Lastly, we have the 25-megapixel sensor which seems very similar to the one in the GH6. This isn’t necessarily a good thing, because the GH6 has a very strange trait whereby it has typical dynamic range and noise characteristics at 800 ISO or higher, but way more noise and loss of detail at lower ISOs. Exactly where you weren’t expecting — or wanting — there to be noisy shadows. Because of the pre-production nature of our test sample we can’t definitively say that the G9 II has solved this issue. However, we did process identical compositions on both the G9 II and GH6 by using the respective cameras’ internal raw processing. We noticed marked improvements to the image quality of the G9 II at ISOs from base, up to 800. This makes us very hopeful for the future when we get to test this fully when the camera is officially on the market.
Panasonic G9 II: Video Which Gives the GH6 a Run for its Money.
The G9 II gives a very similar array of video recording modes to the GH6, especially for a model that is aimed at photographers. The lack of CF Express as a media option does require ProRes video at 4K or higher to be recorded to an ungainly external SSD. This isn’t that big of a detriment, though, as the H.265 compression which can be recorded to the twin SD card slots is, in most cases, all you’ll ever need. We were also particularly impressed with the over-sampled 4K 120p slow motion capture, which held onto a good amount of detail, and the 5.8K open-gate recording which is the same as the GH6.
In many ways, the G9 II actually surpasses the GH6. I’ve already mentioned the better phase detect AF in video, but we also get a lower base ISO of 500 down from 2,000, which is much easier to deal with. The GH6 does have an integrated fan which helps it dissipate heat and this is absent in the G9. However, even without the aid of a fan, the only situation we could really get the G9 II to overheat in was 4K 120p, and it still went for an excellent 26 minutes at room temperature.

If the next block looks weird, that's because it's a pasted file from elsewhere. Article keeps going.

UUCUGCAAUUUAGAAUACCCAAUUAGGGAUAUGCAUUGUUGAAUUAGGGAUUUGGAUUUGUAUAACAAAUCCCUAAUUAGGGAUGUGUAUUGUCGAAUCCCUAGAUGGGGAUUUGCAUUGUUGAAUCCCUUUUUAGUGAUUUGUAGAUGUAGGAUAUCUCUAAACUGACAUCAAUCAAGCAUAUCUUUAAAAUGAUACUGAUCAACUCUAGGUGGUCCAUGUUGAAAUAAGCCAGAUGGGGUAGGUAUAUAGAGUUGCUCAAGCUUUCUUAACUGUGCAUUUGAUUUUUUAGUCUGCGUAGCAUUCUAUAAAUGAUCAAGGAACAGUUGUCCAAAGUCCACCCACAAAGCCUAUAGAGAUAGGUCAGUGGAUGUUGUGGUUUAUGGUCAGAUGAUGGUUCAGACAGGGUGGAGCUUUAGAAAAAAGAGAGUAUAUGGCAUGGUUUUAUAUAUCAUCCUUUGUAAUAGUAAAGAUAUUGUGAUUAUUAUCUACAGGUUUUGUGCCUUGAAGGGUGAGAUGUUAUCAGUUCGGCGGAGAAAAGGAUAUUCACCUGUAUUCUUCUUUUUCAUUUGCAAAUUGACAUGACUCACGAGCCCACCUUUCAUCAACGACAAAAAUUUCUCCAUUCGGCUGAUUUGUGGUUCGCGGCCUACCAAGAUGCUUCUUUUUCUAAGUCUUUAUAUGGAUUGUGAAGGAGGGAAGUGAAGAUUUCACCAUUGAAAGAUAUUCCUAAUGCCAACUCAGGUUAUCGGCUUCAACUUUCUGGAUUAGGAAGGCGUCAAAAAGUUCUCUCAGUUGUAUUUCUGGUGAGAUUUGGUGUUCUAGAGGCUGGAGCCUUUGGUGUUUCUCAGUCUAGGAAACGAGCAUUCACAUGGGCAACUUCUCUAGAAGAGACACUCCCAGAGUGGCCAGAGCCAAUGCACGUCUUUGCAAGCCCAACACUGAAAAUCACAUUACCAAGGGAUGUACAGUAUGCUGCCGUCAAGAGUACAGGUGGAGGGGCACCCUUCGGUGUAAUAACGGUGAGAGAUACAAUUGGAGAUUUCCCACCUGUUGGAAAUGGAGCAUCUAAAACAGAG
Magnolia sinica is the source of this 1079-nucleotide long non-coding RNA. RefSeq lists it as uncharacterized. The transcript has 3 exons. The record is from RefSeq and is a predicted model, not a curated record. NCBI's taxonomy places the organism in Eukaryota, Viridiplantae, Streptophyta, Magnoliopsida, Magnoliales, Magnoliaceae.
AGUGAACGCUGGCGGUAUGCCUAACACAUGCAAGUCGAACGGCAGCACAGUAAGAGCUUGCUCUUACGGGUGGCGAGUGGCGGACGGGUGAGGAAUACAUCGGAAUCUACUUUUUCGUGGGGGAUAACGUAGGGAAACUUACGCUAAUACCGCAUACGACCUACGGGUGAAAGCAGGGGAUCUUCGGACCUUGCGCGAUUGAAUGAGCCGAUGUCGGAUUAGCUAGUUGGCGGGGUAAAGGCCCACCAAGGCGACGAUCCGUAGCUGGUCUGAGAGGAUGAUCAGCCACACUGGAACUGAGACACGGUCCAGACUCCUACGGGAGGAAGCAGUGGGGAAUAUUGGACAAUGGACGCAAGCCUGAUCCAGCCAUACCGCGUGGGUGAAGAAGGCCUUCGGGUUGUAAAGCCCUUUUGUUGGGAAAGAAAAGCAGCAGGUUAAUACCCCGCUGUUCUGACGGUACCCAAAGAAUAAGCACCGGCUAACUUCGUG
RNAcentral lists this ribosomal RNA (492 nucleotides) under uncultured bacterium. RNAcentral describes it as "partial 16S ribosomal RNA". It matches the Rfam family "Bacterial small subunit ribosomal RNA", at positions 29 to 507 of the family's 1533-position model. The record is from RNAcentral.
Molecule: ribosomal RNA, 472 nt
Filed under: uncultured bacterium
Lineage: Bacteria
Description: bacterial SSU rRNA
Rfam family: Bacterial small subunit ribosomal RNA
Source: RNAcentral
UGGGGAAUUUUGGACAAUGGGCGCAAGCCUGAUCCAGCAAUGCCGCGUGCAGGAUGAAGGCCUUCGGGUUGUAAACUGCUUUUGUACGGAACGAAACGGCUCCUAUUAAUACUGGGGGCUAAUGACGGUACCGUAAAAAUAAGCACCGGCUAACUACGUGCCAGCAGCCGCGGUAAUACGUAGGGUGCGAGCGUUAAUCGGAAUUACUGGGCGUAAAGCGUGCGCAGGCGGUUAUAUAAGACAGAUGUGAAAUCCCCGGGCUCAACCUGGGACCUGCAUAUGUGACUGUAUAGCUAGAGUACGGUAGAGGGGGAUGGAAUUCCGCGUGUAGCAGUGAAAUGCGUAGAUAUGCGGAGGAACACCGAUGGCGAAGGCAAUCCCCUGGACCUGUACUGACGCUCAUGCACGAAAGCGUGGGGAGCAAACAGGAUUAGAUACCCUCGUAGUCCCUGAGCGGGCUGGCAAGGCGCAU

Overall the G9 II proves to be an incredibly capable video camera with some improvements over the videocentric GH6. For a camera that is intended largely for photography, it sure does look, smell, and feel like a video tool.
Panasonic G9 II: Watch Our Initial Video Review
There are so many other improvements worth noting on the G9 II like the new Leica Monochrome profile and impressive burst rates that this camera brings to the table. Please have a look at our initial review (above) to get a more complete picture of our thoughts about this new camera.
Panasonic has waited a while to release the successor to the G9 but it certainly did the reputation of this excellent camera justice. Our only real confusion about the new Panasonic Lumix G9 II is that it isn’t being marketed as a powerful hybrid photo/video platform. Perhaps it is to protect the GH6 and its place in the lineup somewhat. Whatever the reason, the G9 II seems to be a very full-featured tool worth taking a serious look at. I myself can’t wait to get a full production unit in my hands to really see if the image quality is improved over the GH6. That really is the big question that needs solving to firmly cement the G9 II as the preeminent Micro 4/3rds camera for photo applications.